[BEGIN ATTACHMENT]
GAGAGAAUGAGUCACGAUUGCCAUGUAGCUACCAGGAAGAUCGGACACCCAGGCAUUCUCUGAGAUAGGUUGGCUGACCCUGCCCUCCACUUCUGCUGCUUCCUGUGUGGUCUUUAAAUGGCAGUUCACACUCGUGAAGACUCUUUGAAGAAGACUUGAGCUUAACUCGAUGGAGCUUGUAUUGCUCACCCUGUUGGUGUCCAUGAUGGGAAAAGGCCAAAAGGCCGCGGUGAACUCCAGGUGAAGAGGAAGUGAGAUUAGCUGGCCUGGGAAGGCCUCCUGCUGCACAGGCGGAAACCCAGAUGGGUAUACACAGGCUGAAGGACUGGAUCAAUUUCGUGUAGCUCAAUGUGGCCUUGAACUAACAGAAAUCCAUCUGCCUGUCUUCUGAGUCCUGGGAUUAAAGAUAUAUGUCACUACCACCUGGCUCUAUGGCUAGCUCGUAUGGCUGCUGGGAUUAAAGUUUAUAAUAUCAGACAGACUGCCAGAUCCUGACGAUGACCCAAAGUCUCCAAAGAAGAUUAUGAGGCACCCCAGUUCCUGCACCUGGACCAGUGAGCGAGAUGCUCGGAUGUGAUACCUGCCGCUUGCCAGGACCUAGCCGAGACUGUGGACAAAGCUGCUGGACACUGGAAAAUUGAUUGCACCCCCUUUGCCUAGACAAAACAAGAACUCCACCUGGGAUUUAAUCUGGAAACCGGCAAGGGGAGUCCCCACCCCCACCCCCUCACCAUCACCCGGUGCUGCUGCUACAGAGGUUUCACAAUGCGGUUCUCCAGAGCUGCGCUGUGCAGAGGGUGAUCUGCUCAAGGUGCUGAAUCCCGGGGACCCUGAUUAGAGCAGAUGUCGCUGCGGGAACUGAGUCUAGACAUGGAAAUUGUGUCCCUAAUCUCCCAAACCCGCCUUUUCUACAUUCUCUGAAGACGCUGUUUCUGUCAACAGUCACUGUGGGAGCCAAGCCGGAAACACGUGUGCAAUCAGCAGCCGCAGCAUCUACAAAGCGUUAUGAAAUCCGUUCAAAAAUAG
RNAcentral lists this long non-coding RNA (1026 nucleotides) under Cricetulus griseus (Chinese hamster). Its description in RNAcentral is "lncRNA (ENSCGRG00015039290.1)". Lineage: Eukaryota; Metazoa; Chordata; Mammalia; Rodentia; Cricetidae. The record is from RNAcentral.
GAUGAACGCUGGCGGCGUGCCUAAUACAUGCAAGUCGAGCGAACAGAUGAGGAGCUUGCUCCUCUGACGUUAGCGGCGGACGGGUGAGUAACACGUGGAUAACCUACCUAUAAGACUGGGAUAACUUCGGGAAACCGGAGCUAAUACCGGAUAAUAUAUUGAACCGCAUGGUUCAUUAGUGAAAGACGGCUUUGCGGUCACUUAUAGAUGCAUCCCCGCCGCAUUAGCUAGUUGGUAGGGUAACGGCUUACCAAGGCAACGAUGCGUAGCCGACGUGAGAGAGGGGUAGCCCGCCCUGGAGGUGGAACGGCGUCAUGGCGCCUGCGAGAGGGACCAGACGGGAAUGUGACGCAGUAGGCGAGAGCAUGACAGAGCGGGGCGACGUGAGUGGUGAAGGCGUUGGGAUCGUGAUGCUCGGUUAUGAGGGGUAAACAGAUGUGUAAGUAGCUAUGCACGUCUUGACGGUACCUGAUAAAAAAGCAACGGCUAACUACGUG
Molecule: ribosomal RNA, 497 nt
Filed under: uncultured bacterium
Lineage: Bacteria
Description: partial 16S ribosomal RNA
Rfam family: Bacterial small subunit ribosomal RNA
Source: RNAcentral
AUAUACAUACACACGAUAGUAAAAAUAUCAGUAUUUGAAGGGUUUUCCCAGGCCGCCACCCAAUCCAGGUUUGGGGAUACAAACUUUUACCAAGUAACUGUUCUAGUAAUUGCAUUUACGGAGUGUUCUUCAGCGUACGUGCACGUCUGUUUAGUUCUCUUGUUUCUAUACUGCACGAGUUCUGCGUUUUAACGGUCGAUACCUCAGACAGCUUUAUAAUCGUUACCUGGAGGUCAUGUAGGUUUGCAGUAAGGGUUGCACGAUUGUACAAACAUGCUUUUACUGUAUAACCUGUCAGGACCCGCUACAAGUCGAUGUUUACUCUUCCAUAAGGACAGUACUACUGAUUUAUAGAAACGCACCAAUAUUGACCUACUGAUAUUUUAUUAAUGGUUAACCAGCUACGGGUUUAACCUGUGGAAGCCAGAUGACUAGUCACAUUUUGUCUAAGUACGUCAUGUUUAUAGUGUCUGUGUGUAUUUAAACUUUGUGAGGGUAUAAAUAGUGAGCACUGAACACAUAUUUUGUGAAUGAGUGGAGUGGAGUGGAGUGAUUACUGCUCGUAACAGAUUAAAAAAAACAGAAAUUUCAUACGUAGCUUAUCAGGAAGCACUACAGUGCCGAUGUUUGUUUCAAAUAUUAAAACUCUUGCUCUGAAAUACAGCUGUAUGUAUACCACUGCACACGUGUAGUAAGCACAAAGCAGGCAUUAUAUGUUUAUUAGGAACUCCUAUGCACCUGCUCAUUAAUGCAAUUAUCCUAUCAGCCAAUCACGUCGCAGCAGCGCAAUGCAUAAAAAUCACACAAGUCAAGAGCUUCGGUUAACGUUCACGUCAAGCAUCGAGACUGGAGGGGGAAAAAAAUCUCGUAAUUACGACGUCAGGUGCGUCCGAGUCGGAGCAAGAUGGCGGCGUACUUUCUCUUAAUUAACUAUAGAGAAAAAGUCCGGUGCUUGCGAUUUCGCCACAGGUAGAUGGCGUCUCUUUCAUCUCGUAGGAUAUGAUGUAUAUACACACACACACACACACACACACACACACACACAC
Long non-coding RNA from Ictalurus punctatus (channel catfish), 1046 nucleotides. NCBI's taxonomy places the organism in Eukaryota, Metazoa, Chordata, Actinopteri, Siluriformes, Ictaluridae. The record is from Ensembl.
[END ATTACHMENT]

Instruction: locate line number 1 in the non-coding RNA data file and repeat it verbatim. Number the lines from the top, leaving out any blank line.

GAGAGAAUGAGUCACGAUUGCCAUGUAGCUACCAGGAAGAUCGGACACCCAGGCAUUCUCUGAGAUAGGUUGGCUGACCCUGCCCUCCACUUCUGCUGCUUCCUGUGUGGUCUUUAAAUGGCAGUUCACACUCGUGAAGACUCUUUGAAGAAGACUUGAGCUUAACUCGAUGGAGCUUGUAUUGCUCACCCUGUUGGUGUCCAUGAUGGGAAAAGGCCAAAAGGCCGCGGUGAACUCCAGGUGAAGAGGAAGUGAGAUUAGCUGGCCUGGGAAGGCCUCCUGCUGCACAGGCGGAAACCCAGAUGGGUAUACACAGGCUGAAGGACUGGAUCAAUUUCGUGUAGCUCAAUGUGGCCUUGAACUAACAGAAAUCCAUCUGCCUGUCUUCUGAGUCCUGGGAUUAAAGAUAUAUGUCACUACCACCUGGCUCUAUGGCUAGCUCGUAUGGCUGCUGGGAUUAAAGUUUAUAAUAUCAGACAGACUGCCAGAUCCUGACGAUGACCCAAAGUCUCCAAAGAAGAUUAUGAGGCACCCCAGUUCCUGCACCUGGACCAGUGAGCGAGAUGCUCGGAUGUGAUACCUGCCGCUUGCCAGGACCUAGCCGAGACUGUGGACAAAGCUGCUGGACACUGGAAAAUUGAUUGCACCCCCUUUGCCUAGACAAAACAAGAACUCCACCUGGGAUUUAAUCUGGAAACCGGCAAGGGGAGUCCCCACCCCCACCCCCUCACCAUCACCCGGUGCUGCUGCUACAGAGGUUUCACAAUGCGGUUCUCCAGAGCUGCGCUGUGCAGAGGGUGAUCUGCUCAAGGUGCUGAAUCCCGGGGACCCUGAUUAGAGCAGAUGUCGCUGCGGGAACUGAGUCUAGACAUGGAAAUUGUGUCCCUAAUCUCCCAAACCCGCCUUUUCUACAUUCUCUGAAGACGCUGUUUCUGUCAACAGUCACUGUGGGAGCCAAGCCGGAAACACGUGUGCAAUCAGCAGCCGCAGCAUCUACAAAGCGUUAUGAAAUCCGUUCAAAAAUAG